The latest data on U.S. consumer confidence looks encouraging as the metric saw the biggest gain in 17 years in September, at a time when the labor market is also improving. The Conference Board's measure of
consumer confidence index stands at 101.8 (the strongest gain since April 2003), comparing favorably with August’s reading of 86.3. Moreover, September’s reading surpassed the consensus estimate of 89.5, per a Reuters’ poll. However, the reading is still below the pre-pandemic level of 132.6 in February.
The Present Situation Index, which gauges consumer views on current business and labor market conditions, rose to 98.5 from 85.8 in August. Meanwhile, the Expectations Index, which is a measure of consumers’ short-term (for the next six months) outlook for income, business and labor market conditions, came in at 104.0 versus 86.6 in August.
Moreover, the survey’s labor market differential, calculated from data on respondents’ views on whether sufficient jobs are available or hard to get, rose to a reading of 2.9 in September from (2.2) in August, per a Reuters article. Meanwhile, the uncertainty surrounding the coronavirus pandemic with the recent rise in the number of new cases may put keep a check on consumer spending in the near term at least. Also, consumers seem to be eagerly waiting for another round of Federal stimulus package.
In this regard, Kathy Bostjancic, chief U.S. financial economist at Oxford Economics in New York, said, “households are becoming more optimistic on the labor market and income front, which should support consumer spending in the coming months. However, the possibility that increased unemployment benefits could expire serves as a strong countervailing force,” per a Reuters article.
Present U.S. Economy Scenario
The jobs data, which showed that the economy added 1.4 million jobs in August and unemployment rate dropped to 8.4% from 10.2%, indicates an improving economy. Encouragingly, about half the jobs that were lost during the pandemic have been recovered.
The third quarter witnessed rise in U.S. manufacturing activity to nearly a
two-year high in August owing to solid new orders. Per the Institute for Supply Management’s (ISM) Sep 1 statement, the index of national factory activity rose to a reading of 56.0 last month from 54.2 in July. Economists polled by Reuters forecast a rise in the index to 54.5 in August.
The housing sector seems to be a bright spot in the U.S. economy amid the coronavirus crisis. The recently-released data on the U.S. builder confidence paints an upbeat picture of the U.S. housing market. Per the monthly National Association of Home Builders (“NAHB”)/Wells Fargo Housing Market Index (HMI),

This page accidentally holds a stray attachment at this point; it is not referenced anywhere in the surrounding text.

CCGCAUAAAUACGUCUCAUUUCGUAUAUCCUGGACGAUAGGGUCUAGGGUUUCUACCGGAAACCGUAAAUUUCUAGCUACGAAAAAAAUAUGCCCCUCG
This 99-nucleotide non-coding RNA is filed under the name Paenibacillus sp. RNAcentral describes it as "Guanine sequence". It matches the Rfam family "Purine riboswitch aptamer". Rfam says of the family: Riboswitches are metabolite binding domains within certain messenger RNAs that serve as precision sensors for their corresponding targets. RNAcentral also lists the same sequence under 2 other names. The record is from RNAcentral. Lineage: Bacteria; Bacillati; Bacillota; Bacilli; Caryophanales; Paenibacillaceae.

builder confidence for newly-built single-family homes surged to an all-time high of 83 points in September compared with 78 points in August. Going on, sales of existing homes in August witnessed the strongest pace of growth since 2006-end. Also, sales of newly-built, single-family homes rose to the highest level in August since September 2006 in the United States.
Moreover, the Fed in its commitment to drive economic recovery at the recently-concluded meeting decided to keep the interest rates at near-zero level.
ETFs That Might Gain
The strengthening consumer confidence can benefit the consumer discretionary sector, which attracts a major portion of consumer spending. Below, we have highlighted the four most popular ones that target the broader consumer discretionary sector (see
all Consumer Discretionary ETFs): The Consumer Discretionary Select Sector SPDR Fund ( XLY Quick Quote XLY - Free Report)
This is the largest and most popular product in the consumer discretionary space, with AUM of $15.75 billion. It tracks the Consumer Discretionary Select Sector Index. The fund charges 13 basis points (bps) in fees per year and carries a Zacks ETF Rank #2 (Buy), with a Medium-risk outlook (read:
Trump vs. Biden First Presidential Debate: ETFs in Focus). Vanguard Consumer Discretionary ETF ( VCR Quick Quote VCR - Free Report)
This fund currently follows the MSCI US Investable Market Consumer Discretionary 25/50 Index. VCR charges investors 10 bps in annual fees. The product has managed $3.77 billion in its asset base and carries a Zacks ETF Rank #2, with a Medium-risk outlook (read:
Will Coronavirus Vaccine Optimism Drive These ETFs?). First Trust Consumer Discretionary AlphaDEX ETF ( FXD Quick Quote FXD - Free Report)
This fund tracks the StrataQuant Consumer Discretionary Index, which employs the AlphaDEX stock-selection methodology to select stocks from the Russell 1000 Index. FXD has AUM of $1.09 billion. It charges 64 bps in annual fees and has a Zacks ETF Rank #3 (Hold), with a Medium-risk outlook.
Fidelity MSCI Consumer Discretionary Index ETF ( FDIS Quick Quote FDIS - Free Report)
This fund tracks the MSCI USA IMI Consumer Discretionary Index. The product has amassed $1.03 billion in its asset base. It charges 8 bps in annual fees from investors and carries a Zacks ETF Rank #3, with a Medium-risk outlook (read:
A Biden Presidency in the Making? ETF Strategies to Follow). Want key ETF info delivered straight to your inbox?
Zacks’ free Fund Newsletter will brief you on top news and analysis, as well as top-performing ETFs, each week.
Get it free >>